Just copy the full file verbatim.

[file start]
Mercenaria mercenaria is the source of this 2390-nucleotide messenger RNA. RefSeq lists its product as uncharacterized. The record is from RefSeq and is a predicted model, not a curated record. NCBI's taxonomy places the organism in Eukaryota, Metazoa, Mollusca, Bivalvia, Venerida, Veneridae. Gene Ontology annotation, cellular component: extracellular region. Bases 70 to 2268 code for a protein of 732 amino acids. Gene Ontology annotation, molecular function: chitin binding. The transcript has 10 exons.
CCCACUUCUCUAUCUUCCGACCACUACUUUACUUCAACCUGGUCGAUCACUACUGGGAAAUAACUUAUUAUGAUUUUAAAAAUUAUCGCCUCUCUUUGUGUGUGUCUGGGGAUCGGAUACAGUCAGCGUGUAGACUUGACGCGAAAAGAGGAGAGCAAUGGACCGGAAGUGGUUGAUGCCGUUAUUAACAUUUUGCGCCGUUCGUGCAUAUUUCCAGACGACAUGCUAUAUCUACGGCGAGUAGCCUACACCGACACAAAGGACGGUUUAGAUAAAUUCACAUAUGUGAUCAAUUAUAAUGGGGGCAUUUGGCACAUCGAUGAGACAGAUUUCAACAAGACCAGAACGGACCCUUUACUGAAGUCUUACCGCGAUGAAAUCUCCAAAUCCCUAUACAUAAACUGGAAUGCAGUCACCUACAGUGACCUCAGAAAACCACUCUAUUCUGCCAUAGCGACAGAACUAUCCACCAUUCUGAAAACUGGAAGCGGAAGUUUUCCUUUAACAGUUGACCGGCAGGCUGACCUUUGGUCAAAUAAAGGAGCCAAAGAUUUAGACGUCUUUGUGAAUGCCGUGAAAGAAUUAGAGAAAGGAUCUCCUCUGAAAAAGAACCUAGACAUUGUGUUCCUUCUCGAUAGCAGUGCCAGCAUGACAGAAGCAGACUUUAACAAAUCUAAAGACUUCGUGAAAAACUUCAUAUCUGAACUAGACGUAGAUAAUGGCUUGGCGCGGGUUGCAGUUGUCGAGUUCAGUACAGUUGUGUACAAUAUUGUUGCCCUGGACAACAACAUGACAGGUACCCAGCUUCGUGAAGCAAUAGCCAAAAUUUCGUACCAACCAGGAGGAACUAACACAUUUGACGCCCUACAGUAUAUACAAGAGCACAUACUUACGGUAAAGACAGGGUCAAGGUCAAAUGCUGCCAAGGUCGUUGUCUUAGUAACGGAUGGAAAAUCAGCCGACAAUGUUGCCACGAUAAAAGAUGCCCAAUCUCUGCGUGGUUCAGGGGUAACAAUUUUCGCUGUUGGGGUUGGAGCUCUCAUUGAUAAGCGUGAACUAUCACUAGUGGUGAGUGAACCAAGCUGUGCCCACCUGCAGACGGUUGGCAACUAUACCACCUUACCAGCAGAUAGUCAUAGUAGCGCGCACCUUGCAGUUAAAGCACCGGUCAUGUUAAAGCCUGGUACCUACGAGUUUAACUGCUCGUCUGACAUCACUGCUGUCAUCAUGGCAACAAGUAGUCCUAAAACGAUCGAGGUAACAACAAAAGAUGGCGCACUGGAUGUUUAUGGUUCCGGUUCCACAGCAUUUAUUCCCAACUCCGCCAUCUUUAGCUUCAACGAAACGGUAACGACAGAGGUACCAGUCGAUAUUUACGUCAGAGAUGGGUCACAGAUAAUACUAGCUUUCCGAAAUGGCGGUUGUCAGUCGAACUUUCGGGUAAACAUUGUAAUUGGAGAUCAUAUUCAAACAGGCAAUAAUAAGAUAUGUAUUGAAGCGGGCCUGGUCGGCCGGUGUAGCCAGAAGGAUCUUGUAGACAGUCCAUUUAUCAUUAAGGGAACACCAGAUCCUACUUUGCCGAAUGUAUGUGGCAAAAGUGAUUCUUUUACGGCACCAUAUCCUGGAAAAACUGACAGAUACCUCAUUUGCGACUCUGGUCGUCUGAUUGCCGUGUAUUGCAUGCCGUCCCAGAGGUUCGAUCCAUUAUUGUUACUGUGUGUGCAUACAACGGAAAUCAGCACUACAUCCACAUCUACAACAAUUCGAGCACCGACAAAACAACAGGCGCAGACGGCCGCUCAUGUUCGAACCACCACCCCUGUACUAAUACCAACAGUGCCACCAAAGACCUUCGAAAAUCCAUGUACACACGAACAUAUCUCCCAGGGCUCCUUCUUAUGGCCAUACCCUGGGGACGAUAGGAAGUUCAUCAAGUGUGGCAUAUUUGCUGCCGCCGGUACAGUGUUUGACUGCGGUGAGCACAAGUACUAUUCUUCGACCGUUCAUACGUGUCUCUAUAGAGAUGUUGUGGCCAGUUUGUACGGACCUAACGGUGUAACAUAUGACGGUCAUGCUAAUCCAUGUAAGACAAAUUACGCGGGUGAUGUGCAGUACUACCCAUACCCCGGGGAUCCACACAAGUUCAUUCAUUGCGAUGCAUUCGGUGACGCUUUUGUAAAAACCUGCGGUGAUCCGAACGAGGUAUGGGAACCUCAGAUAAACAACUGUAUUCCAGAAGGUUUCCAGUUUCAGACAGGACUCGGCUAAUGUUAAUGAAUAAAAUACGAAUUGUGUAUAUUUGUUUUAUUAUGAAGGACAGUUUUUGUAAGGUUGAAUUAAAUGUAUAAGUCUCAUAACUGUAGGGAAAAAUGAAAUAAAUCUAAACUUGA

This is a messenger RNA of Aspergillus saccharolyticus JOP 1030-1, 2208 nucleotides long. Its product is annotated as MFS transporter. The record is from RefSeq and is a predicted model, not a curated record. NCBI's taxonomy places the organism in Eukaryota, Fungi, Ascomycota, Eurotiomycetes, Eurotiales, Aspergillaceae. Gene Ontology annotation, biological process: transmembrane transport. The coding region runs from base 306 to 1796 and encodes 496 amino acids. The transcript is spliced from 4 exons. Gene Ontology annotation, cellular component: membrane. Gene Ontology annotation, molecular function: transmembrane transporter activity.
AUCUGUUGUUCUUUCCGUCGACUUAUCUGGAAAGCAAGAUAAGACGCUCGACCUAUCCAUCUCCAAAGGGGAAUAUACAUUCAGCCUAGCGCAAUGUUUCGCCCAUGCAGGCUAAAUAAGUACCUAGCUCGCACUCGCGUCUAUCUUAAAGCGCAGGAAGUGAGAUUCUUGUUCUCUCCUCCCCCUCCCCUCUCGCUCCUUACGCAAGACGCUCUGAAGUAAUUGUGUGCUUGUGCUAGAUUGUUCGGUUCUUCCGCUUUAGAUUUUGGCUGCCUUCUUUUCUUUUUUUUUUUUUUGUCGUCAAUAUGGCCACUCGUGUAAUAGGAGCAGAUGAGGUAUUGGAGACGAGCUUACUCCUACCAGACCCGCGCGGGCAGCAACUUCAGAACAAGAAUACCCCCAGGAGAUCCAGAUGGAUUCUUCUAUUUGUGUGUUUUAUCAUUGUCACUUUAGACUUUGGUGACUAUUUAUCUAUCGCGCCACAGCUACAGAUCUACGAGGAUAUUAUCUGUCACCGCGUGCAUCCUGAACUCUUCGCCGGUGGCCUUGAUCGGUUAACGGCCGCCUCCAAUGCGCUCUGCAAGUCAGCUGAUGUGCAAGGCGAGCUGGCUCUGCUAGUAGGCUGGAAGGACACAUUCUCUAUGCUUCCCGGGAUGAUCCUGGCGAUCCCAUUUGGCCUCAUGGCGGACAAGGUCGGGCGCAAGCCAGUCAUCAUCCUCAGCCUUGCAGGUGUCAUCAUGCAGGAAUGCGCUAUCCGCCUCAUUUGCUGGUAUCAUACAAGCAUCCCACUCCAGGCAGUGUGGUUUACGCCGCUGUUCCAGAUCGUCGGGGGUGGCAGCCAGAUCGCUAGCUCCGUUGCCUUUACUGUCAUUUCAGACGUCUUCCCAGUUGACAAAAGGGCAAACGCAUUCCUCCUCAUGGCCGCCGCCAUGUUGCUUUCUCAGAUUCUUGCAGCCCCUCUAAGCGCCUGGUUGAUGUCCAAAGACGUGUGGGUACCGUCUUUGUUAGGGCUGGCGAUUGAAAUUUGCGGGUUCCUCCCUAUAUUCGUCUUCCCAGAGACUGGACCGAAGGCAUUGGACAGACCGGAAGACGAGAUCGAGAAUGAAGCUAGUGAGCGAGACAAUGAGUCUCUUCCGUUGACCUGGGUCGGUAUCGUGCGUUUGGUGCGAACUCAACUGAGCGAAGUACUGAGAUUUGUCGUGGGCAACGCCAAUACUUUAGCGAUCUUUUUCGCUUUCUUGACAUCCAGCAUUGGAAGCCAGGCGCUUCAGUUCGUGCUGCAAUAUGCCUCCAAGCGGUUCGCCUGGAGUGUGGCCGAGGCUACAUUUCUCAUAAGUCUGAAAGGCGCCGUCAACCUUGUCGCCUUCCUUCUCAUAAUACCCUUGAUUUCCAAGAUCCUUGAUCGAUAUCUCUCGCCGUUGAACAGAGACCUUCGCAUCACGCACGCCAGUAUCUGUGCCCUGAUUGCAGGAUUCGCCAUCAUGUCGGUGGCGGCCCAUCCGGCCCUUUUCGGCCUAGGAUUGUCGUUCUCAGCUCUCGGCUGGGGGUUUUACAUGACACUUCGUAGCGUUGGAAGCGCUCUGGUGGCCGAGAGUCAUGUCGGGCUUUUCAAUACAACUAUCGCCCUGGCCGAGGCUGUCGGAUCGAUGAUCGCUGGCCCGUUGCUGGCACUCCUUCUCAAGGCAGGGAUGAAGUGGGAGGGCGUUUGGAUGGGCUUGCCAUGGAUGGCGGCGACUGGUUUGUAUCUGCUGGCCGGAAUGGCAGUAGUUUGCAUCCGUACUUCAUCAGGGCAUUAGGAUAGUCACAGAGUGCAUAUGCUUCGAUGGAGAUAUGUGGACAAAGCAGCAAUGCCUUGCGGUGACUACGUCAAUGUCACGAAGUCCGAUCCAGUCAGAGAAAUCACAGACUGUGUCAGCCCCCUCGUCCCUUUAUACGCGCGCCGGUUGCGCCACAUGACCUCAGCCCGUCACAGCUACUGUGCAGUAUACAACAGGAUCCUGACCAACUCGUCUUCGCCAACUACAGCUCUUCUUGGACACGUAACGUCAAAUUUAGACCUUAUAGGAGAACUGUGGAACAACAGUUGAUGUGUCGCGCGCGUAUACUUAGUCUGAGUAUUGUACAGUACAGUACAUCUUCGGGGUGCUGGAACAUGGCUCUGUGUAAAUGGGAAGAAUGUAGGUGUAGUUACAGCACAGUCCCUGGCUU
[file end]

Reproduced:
Mercenaria mercenaria is the source of this 2390-nucleotide messenger RNA. RefSeq lists its product as uncharacterized. The record is from RefSeq and is a predicted model, not a curated record. NCBI's taxonomy places the organism in Eukaryota, Metazoa, Mollusca, Bivalvia, Venerida, Veneridae. Gene Ontology annotation, cellular component: extracellular region. Bases 70 to 2268 code for a protein of 732 amino acids. Gene Ontology annotation, molecular function: chitin binding. The transcript has 10 exons.
CCCACUUCUCUAUCUUCCGACCACUACUUUACUUCAACCUGGUCGAUCACUACUGGGAAAUAACUUAUUAUGAUUUUAAAAAUUAUCGCCUCUCUUUGUGUGUGUCUGGGGAUCGGAUACAGUCAGCGUGUAGACUUGACGCGAAAAGAGGAGAGCAAUGGACCGGAAGUGGUUGAUGCCGUUAUUAACAUUUUGCGCCGUUCGUGCAUAUUUCCAGACGACAUGCUAUAUCUACGGCGAGUAGCCUACACCGACACAAAGGACGGUUUAGAUAAAUUCACAUAUGUGAUCAAUUAUAAUGGGGGCAUUUGGCACAUCGAUGAGACAGAUUUCAACAAGACCAGAACGGACCCUUUACUGAAGUCUUACCGCGAUGAAAUCUCCAAAUCCCUAUACAUAAACUGGAAUGCAGUCACCUACAGUGACCUCAGAAAACCACUCUAUUCUGCCAUAGCGACAGAACUAUCCACCAUUCUGAAAACUGGAAGCGGAAGUUUUCCUUUAACAGUUGACCGGCAGGCUGACCUUUGGUCAAAUAAAGGAGCCAAAGAUUUAGACGUCUUUGUGAAUGCCGUGAAAGAAUUAGAGAAAGGAUCUCCUCUGAAAAAGAACCUAGACAUUGUGUUCCUUCUCGAUAGCAGUGCCAGCAUGACAGAAGCAGACUUUAACAAAUCUAAAGACUUCGUGAAAAACUUCAUAUCUGAACUAGACGUAGAUAAUGGCUUGGCGCGGGUUGCAGUUGUCGAGUUCAGUACAGUUGUGUACAAUAUUGUUGCCCUGGACAACAACAUGACAGGUACCCAGCUUCGUGAAGCAAUAGCCAAAAUUUCGUACCAACCAGGAGGAACUAACACAUUUGACGCCCUACAGUAUAUACAAGAGCACAUACUUACGGUAAAGACAGGGUCAAGGUCAAAUGCUGCCAAGGUCGUUGUCUUAGUAACGGAUGGAAAAUCAGCCGACAAUGUUGCCACGAUAAAAGAUGCCCAAUCUCUGCGUGGUUCAGGGGUAACAAUUUUCGCUGUUGGGGUUGGAGCUCUCAUUGAUAAGCGUGAACUAUCACUAGUGGUGAGUGAACCAAGCUGUGCCCACCUGCAGACGGUUGGCAACUAUACCACCUUACCAGCAGAUAGUCAUAGUAGCGCGCACCUUGCAGUUAAAGCACCGGUCAUGUUAAAGCCUGGUACCUACGAGUUUAACUGCUCGUCUGACAUCACUGCUGUCAUCAUGGCAACAAGUAGUCCUAAAACGAUCGAGGUAACAACAAAAGAUGGCGCACUGGAUGUUUAUGGUUCCGGUUCCACAGCAUUUAUUCCCAACUCCGCCAUCUUUAGCUUCAACGAAACGGUAACGACAGAGGUACCAGUCGAUAUUUACGUCAGAGAUGGGUCACAGAUAAUACUAGCUUUCCGAAAUGGCGGUUGUCAGUCGAACUUUCGGGUAAACAUUGUAAUUGGAGAUCAUAUUCAAACAGGCAAUAAUAAGAUAUGUAUUGAAGCGGGCCUGGUCGGCCGGUGUAGCCAGAAGGAUCUUGUAGACAGUCCAUUUAUCAUUAAGGGAACACCAGAUCCUACUUUGCCGAAUGUAUGUGGCAAAAGUGAUUCUUUUACGGCACCAUAUCCUGGAAAAACUGACAGAUACCUCAUUUGCGACUCUGGUCGUCUGAUUGCCGUGUAUUGCAUGCCGUCCCAGAGGUUCGAUCCAUUAUUGUUACUGUGUGUGCAUACAACGGAAAUCAGCACUACAUCCACAUCUACAACAAUUCGAGCACCGACAAAACAACAGGCGCAGACGGCCGCUCAUGUUCGAACCACCACCCCUGUACUAAUACCAACAGUGCCACCAAAGACCUUCGAAAAUCCAUGUACACACGAACAUAUCUCCCAGGGCUCCUUCUUAUGGCCAUACCCUGGGGACGAUAGGAAGUUCAUCAAGUGUGGCAUAUUUGCUGCCGCCGGUACAGUGUUUGACUGCGGUGAGCACAAGUACUAUUCUUCGACCGUUCAUACGUGUCUCUAUAGAGAUGUUGUGGCCAGUUUGUACGGACCUAACGGUGUAACAUAUGACGGUCAUGCUAAUCCAUGUAAGACAAAUUACGCGGGUGAUGUGCAGUACUACCCAUACCCCGGGGAUCCACACAAGUUCAUUCAUUGCGAUGCAUUCGGUGACGCUUUUGUAAAAACCUGCGGUGAUCCGAACGAGGUAUGGGAACCUCAGAUAAACAACUGUAUUCCAGAAGGUUUCCAGUUUCAGACAGGACUCGGCUAAUGUUAAUGAAUAAAAUACGAAUUGUGUAUAUUUGUUUUAUUAUGAAGGACAGUUUUUGUAAGGUUGAAUUAAAUGUAUAAGUCUCAUAACUGUAGGGAAAAAUGAAAUAAAUCUAAACUUGA

This is a messenger RNA of Aspergillus saccharolyticus JOP 1030-1, 2208 nucleotides long. Its product is annotated as MFS transporter. The record is from RefSeq and is a predicted model, not a curated record. NCBI's taxonomy places the organism in Eukaryota, Fungi, Ascomycota, Eurotiomycetes, Eurotiales, Aspergillaceae. Gene Ontology annotation, biological process: transmembrane transport. The coding region runs from base 306 to 1796 and encodes 496 amino acids. The transcript is spliced from 4 exons. Gene Ontology annotation, cellular component: membrane. Gene Ontology annotation, molecular function: transmembrane transporter activity.
AUCUGUUGUUCUUUCCGUCGACUUAUCUGGAAAGCAAGAUAAGACGCUCGACCUAUCCAUCUCCAAAGGGGAAUAUACAUUCAGCCUAGCGCAAUGUUUCGCCCAUGCAGGCUAAAUAAGUACCUAGCUCGCACUCGCGUCUAUCUUAAAGCGCAGGAAGUGAGAUUCUUGUUCUCUCCUCCCCCUCCCCUCUCGCUCCUUACGCAAGACGCUCUGAAGUAAUUGUGUGCUUGUGCUAGAUUGUUCGGUUCUUCCGCUUUAGAUUUUGGCUGCCUUCUUUUCUUUUUUUUUUUUUUGUCGUCAAUAUGGCCACUCGUGUAAUAGGAGCAGAUGAGGUAUUGGAGACGAGCUUACUCCUACCAGACCCGCGCGGGCAGCAACUUCAGAACAAGAAUACCCCCAGGAGAUCCAGAUGGAUUCUUCUAUUUGUGUGUUUUAUCAUUGUCACUUUAGACUUUGGUGACUAUUUAUCUAUCGCGCCACAGCUACAGAUCUACGAGGAUAUUAUCUGUCACCGCGUGCAUCCUGAACUCUUCGCCGGUGGCCUUGAUCGGUUAACGGCCGCCUCCAAUGCGCUCUGCAAGUCAGCUGAUGUGCAAGGCGAGCUGGCUCUGCUAGUAGGCUGGAAGGACACAUUCUCUAUGCUUCCCGGGAUGAUCCUGGCGAUCCCAUUUGGCCUCAUGGCGGACAAGGUCGGGCGCAAGCCAGUCAUCAUCCUCAGCCUUGCAGGUGUCAUCAUGCAGGAAUGCGCUAUCCGCCUCAUUUGCUGGUAUCAUACAAGCAUCCCACUCCAGGCAGUGUGGUUUACGCCGCUGUUCCAGAUCGUCGGGGGUGGCAGCCAGAUCGCUAGCUCCGUUGCCUUUACUGUCAUUUCAGACGUCUUCCCAGUUGACAAAAGGGCAAACGCAUUCCUCCUCAUGGCCGCCGCCAUGUUGCUUUCUCAGAUUCUUGCAGCCCCUCUAAGCGCCUGGUUGAUGUCCAAAGACGUGUGGGUACCGUCUUUGUUAGGGCUGGCGAUUGAAAUUUGCGGGUUCCUCCCUAUAUUCGUCUUCCCAGAGACUGGACCGAAGGCAUUGGACAGACCGGAAGACGAGAUCGAGAAUGAAGCUAGUGAGCGAGACAAUGAGUCUCUUCCGUUGACCUGGGUCGGUAUCGUGCGUUUGGUGCGAACUCAACUGAGCGAAGUACUGAGAUUUGUCGUGGGCAACGCCAAUACUUUAGCGAUCUUUUUCGCUUUCUUGACAUCCAGCAUUGGAAGCCAGGCGCUUCAGUUCGUGCUGCAAUAUGCCUCCAAGCGGUUCGCCUGGAGUGUGGCCGAGGCUACAUUUCUCAUAAGUCUGAAAGGCGCCGUCAACCUUGUCGCCUUCCUUCUCAUAAUACCCUUGAUUUCCAAGAUCCUUGAUCGAUAUCUCUCGCCGUUGAACAGAGACCUUCGCAUCACGCACGCCAGUAUCUGUGCCCUGAUUGCAGGAUUCGCCAUCAUGUCGGUGGCGGCCCAUCCGGCCCUUUUCGGCCUAGGAUUGUCGUUCUCAGCUCUCGGCUGGGGGUUUUACAUGACACUUCGUAGCGUUGGAAGCGCUCUGGUGGCCGAGAGUCAUGUCGGGCUUUUCAAUACAACUAUCGCCCUGGCCGAGGCUGUCGGAUCGAUGAUCGCUGGCCCGUUGCUGGCACUCCUUCUCAAGGCAGGGAUGAAGUGGGAGGGCGUUUGGAUGGGCUUGCCAUGGAUGGCGGCGACUGGUUUGUAUCUGCUGGCCGGAAUGGCAGUAGUUUGCAUCCGUACUUCAUCAGGGCAUUAGGAUAGUCACAGAGUGCAUAUGCUUCGAUGGAGAUAUGUGGACAAAGCAGCAAUGCCUUGCGGUGACUACGUCAAUGUCACGAAGUCCGAUCCAGUCAGAGAAAUCACAGACUGUGUCAGCCCCCUCGUCCCUUUAUACGCGCGCCGGUUGCGCCACAUGACCUCAGCCCGUCACAGCUACUGUGCAGUAUACAACAGGAUCCUGACCAACUCGUCUUCGCCAACUACAGCUCUUCUUGGACACGUAACGUCAAAUUUAGACCUUAUAGGAGAACUGUGGAACAACAGUUGAUGUGUCGCGCGCGUAUACUUAGUCUGAGUAUUGUACAGUACAGUACAUCUUCGGGGUGCUGGAACAUGGCUCUGUGUAAAUGGGAAGAAUGUAGGUGUAGUUACAGCACAGUCCCUGGCUU